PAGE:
How To Fix It: While B12 is found readily in animal foods, it is a little harder to find in plant foods. Nutritional yeast contains plenty of B12, as well as spirulina. Over 40% of the population suffers from a B12 deficiency, so even if you do eat meat, you might have low levels. Alcohol, antibiotics, vaccines and other prescription drugs can reduce the absorbability of B12 into the body. In that case, I suggest supplementing with a high-quality B12 supplement such as VeganSafe B12.
5. Bruising On Your Legs
If you lightly bump into something and wind up with a massive bruise, consider if you’re getting enough vitamin C. Vitamin C makes collagen (among a variety of other functions), which is involved in making blood vessels. If you bruise easily, you might have weakened capillaries as a result of low vitamin C levels.
How To Fix It: If you need more vitamin C, don’t just turn to citrus fruits. While these are good sources of vitamin C, even better sources come from foods like strawberries, broccoli, mango, pineapple, bell pepper, brussels sprouts and papaya.
6. Fatigue and Lack of Energy
Most people feel overly tired these days. While it is often the result of too much stress (which in itself makes us nutrient deficient), it can also be that you’re not getting certain nutrients in your diet. Iron deficiency, or anemia, is a well-known cause of fatigue. If you’re tired all the time, but you’re still getting enough sleep, your vitamin D levels could be chronically low.
How To Fix It: Make sure to eat enough iron-containing foods like beans, pumpkin seeds, chia seeds, parsley, potatoes, quinoa, swiss chard, figs and almonds. In the case of vitamin D, make sure you get out in the sun for at least 15-30 minutes every day. If you live in more Northern climates during the winter, take a high-quality vitamin D3 supplement.
7. Thin, Brittle Hair
If you’re suffering from thin, brittle hair, you might not be getting enough B vitamins, or eating enough iron and protein. Vitamin B7 (biotin) is needed for strong, healthy hair, but folate (also called folic acid) may also cause thin, brittle strands if you’re running low. Iron and protein are also needed to supply blood flow to the scalp for healthy hair growth, and protein is needed to maintain the structural integrity of the hair and keep it strong.
How To Fix It: If you’re low on B vitamins, make sure you’re eating enough leafy greens and herbs (they’re loaded with them!). As for iron and protein, make sure you’re eating foods like sesame seeds, morel mushrooms, beans, hemp seeds, chia seeds, spinach, parsley, pumpkin seeds, sprouts, spirulina, quinoa, avocado and kale.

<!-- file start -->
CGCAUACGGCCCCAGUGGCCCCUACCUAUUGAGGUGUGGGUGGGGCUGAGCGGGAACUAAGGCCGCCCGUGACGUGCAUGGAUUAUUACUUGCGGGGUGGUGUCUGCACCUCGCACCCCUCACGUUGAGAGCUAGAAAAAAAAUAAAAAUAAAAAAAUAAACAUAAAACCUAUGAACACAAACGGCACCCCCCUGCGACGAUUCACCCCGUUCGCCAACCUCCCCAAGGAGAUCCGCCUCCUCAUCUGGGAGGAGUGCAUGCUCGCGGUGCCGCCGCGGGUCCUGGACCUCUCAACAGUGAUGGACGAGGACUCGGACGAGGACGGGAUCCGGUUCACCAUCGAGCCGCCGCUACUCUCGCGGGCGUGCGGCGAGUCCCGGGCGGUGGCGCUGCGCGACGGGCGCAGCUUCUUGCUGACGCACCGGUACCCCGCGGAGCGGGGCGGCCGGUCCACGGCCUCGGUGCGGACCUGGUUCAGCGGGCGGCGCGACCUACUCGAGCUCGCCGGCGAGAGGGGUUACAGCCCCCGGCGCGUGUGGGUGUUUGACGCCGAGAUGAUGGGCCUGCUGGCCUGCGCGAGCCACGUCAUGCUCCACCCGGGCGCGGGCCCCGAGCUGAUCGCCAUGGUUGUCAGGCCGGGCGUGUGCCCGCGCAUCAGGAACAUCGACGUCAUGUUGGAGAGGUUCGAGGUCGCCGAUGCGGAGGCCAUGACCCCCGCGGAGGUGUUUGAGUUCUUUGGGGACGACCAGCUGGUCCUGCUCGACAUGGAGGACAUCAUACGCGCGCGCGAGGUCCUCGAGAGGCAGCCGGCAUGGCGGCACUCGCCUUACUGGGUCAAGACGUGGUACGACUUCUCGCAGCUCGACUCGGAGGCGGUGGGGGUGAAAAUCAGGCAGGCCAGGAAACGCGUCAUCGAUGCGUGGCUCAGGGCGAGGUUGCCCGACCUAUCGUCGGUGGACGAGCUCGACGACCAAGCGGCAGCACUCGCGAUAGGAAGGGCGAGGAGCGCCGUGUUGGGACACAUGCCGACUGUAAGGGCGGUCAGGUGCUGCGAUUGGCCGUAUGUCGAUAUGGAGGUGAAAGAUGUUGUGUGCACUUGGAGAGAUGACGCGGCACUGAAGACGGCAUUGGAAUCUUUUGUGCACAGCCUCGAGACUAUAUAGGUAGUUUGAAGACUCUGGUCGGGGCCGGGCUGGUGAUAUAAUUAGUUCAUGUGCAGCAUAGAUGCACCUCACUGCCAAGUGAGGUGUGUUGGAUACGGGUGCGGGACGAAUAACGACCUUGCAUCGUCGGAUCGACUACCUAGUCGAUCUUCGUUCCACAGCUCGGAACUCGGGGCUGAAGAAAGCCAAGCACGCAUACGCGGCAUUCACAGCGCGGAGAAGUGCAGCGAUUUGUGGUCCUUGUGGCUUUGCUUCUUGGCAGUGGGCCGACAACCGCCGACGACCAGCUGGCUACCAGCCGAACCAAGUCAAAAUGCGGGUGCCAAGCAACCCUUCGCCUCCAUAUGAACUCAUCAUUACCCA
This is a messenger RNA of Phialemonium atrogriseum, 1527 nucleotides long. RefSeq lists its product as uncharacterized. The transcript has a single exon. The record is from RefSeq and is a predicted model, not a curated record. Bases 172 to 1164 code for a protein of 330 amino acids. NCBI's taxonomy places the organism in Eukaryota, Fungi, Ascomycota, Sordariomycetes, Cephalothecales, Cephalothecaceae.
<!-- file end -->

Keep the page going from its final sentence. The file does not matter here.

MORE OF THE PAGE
8. Flaky Scalp
If you have flakes falling on the floor every time you scratch your head, you may suspect dandruff, but it could be a sign of dry scalp. With a dry, flaky scalp, the skin gets irritated and flakes off. With dandruff, the cause is too much oil on the scalp. That excess oil causes skin cells to build up, and then shed. If your condition is in fact, a dry, flaky scalp, you might not be getting enough essential fatty acids in your diet, and you could also be a little dehydrated.
How To Fix It: Make sure you’re getting enough healthy fats in your diet by eating avocados, flaxseeds, chia seeds, hemp seeds and coconut. Also, ensure that your water intake is around 3-4 litres of water daily.
If you have less than three bowel movements per week, then your health will definitely be feeling the ill-effects. A common cause of constipation is a lack of fibre in the diet. Magnesium also plays a role in moving stool along, and so does drinking enough water every day.
How To Fix It: Along with eating magnesium-rich foods like cacao, hemp seeds, and pumpkin seeds, consider taking a 200-300 mg supplement of magnesium glycinate until regularity improves. Fibre is found abundantly in almost all plant foods, so make sure you eat enough fresh fruit and vegetables every day (and a lot of them!).
10. Bumps on The Backs of Arms
The appearance of small, red or white bumps in your skin can also be a sign that you’re vitamin deficient. These bumps (which usually look like acne), can appear on people’s arms, faces, and thighs, and can be an indication that your vitamin A and zinc reserves are too low. Vitamin A and zinc are vital for maintaining skin health, and play key roles in wound repair.
How To Fix It: Get more vitamin A in your diet by including plenty of colourful vegetables on your plate. This includes things like carrots, sweet potatoes, as well as dark green leafy vegetables. These foods are rich in beta-carotene, a phytonutrient that is a precursor to vitamin A production in the body. As for zinc, you can find it in quinoa, pumpkin seeds, green peas, chickpeas, cashews, cocoa powder, mushrooms and spinach.